My trusted sourdough starter is a firm white one, that I've had for just under a year now. We got off to a shaky start, but it's become amazingly reliable and flexible. It seems to respond very quickly to feedings and has a great leavening capacity. My only minor complaint would be that it's very mild in flavour, and imparts only a slight tanginess to the loaves. So, as an experiment, I decided to start a new rye starter from scratch, and see if this would result in more sour breads. I had lots of rye flour on hand, and rye starters are said to be among the easiest to get going (in addition to e.g. spelt starters or rice starters). I used the recipe in "Bread": Equal weights of whole rye flour and water, mix and let sit 24 hrs. I went with 50 gr. each of flour and water:
After 24 hrs., keep 50 gr. of the original mix, and add 50 gr. each of flour and water. Let sit another 24 hrs., and then continue this regimen, but with 12 hr. intervals instead of 24.
Nothing much happened the first 24 hours, but on the second day I got hit pretty badly with leuconostoc. The mix had tripled in volume, looked dark brown with hints of green, it was very runny and smelled rather pungent. *yuck* Well, soldier on, I say. The activity dropped markedly during day 3, and the odour became a lot milder, and smelled more of yogurt than of the leuconostoc madness. Nothing much happened in volume until the end of day 4, when the mix all of a sudden started tripling again! Phew! The culture started to smell healthy, looked greyish in colour (as I expected it should), and had a fragile, but not runny consistency when ripe and ready for new feeding. Below is a photo taken sometime during day 5. You can see some small patches of rye flour on the top - I usually sprinkle rye flour over the mix after each feeding, so that it's easy to gauge the level of activity:
I followed Hamelman's directions, and kept feeding out day 6, and then two more days to ensure that things are stabilized and healthy.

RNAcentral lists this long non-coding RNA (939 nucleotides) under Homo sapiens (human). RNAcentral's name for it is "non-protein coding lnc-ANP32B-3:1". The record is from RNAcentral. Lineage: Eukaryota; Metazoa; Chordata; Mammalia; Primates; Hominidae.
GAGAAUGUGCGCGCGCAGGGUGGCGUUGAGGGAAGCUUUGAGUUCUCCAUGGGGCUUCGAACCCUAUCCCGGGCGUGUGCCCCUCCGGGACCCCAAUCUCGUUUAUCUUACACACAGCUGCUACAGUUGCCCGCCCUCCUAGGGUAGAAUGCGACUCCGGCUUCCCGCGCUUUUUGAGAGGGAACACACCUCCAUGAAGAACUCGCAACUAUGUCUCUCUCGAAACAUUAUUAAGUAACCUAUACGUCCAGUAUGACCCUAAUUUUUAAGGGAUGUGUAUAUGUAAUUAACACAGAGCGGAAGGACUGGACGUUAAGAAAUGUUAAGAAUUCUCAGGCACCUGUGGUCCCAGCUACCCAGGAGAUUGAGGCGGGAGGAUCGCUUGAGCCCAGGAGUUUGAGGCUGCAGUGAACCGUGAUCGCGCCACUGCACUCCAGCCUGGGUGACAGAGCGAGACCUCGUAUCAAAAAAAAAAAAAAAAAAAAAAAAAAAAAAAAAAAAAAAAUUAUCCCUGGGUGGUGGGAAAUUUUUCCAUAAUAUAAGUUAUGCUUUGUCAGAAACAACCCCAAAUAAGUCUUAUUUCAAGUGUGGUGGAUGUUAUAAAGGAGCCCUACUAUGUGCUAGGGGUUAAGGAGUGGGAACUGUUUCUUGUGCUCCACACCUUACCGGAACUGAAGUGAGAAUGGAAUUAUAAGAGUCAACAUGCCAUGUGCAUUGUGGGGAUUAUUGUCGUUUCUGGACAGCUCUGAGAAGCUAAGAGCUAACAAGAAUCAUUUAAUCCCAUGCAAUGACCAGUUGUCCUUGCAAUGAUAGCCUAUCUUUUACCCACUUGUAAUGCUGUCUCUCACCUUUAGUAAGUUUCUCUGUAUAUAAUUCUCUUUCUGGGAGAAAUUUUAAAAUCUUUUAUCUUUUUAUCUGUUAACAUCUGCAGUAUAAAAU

Today I decided to try it out, and devised a simple multigrain loaf for it. This one's approx. 33% whole rye, the rest bread flour, with a soaker of oat bran, flax, sunflower seeds and rye chops. I used equal amounts water and yogurt in the final dough, and added a tiny spoon of honey for good measure. I didn't use any commerical yeast, but prefermented 25% of the flour (new rye starter). I went with a 2 hr. bulk ferment (fold after 1 hr.) and retarded in fridge for 8 hrs. It could probably have gone a bit further in the fridge for the final proof, but I got scared with a third rye in there. It kept up well, and rose remarkably during baking:
It was a lovely loaf, and I must admit, slightly tangier in taste than what I get with my firm white starter. A bit more sour, not overwhelmingly so, but pleasantly tangy. I think I'll keep both for the time being, and see how the new born develops in flavour as the weeks go on. In the meantime I need to come up with a name for it... I'm thinking about Aladdin, but it's far from settled yet.
To celebrate the new starter and nice tasting multigrain, I decided to have a go at a caramel cake from Friberg's second pastry book. It's a delicious concoction of a thin shortdough bottom, and two sponge cake layers sandwiching a rich caramel cream. Here I'm folding caramel sauce into the cream:
And below is the cake before icing. It looks pretty cool if you ask me: You make one almond sponge and one cocoa almond sponge. After they've cooled, you use a cookie cutter to cut out the middle of each sponge, and interchange the middle cut outs. You only use half of each sponge in this assembly, so the remaining sponge layers can be frozen. Lovely thick caramel cream in the middle:
The caramel cream is set with some gelatin, so after a few hours in the fridge, you're set to ice it. Cut the protruding shortdough bottom, then ice with whipped cream. Decorate with some chocolate shavings on top:
And here's the first slice:
The taste is absolute caramel heaven! I really like the unusual look given by the two sponges, and the shortdough bottom gives a nice constrasting crunch to the creamy rest of the cake.